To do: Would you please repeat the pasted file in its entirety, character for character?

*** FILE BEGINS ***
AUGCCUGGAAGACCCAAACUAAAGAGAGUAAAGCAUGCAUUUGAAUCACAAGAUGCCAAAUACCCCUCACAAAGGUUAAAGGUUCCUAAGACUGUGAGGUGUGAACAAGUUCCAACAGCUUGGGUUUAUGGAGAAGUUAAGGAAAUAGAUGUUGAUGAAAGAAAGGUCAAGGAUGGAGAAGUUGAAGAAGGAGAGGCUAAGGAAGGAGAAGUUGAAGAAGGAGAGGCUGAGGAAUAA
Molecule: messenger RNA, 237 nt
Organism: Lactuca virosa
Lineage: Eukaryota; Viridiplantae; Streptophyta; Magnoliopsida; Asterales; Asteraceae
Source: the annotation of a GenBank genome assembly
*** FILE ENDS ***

AUGCCUGGAAGACCCAAACUAAAGAGAGUAAAGCAUGCAUUUGAAUCACAAGAUGCCAAAUACCCCUCACAAAGGUUAAAGGUUCCUAAGACUGUGAGGUGUGAACAAGUUCCAACAGCUUGGGUUUAUGGAGAAGUUAAGGAAAUAGAUGUUGAUGAAAGAAAGGUCAAGGAUGGAGAAGUUGAAGAAGGAGAGGCUAAGGAAGGAGAAGUUGAAGAAGGAGAGGCUGAGGAAUAA
Molecule: messenger RNA, 237 nt
Organism: Lactuca virosa
Lineage: Eukaryota; Viridiplantae; Streptophyta; Magnoliopsida; Asterales; Asteraceae
Source: the annotation of a GenBank genome assembly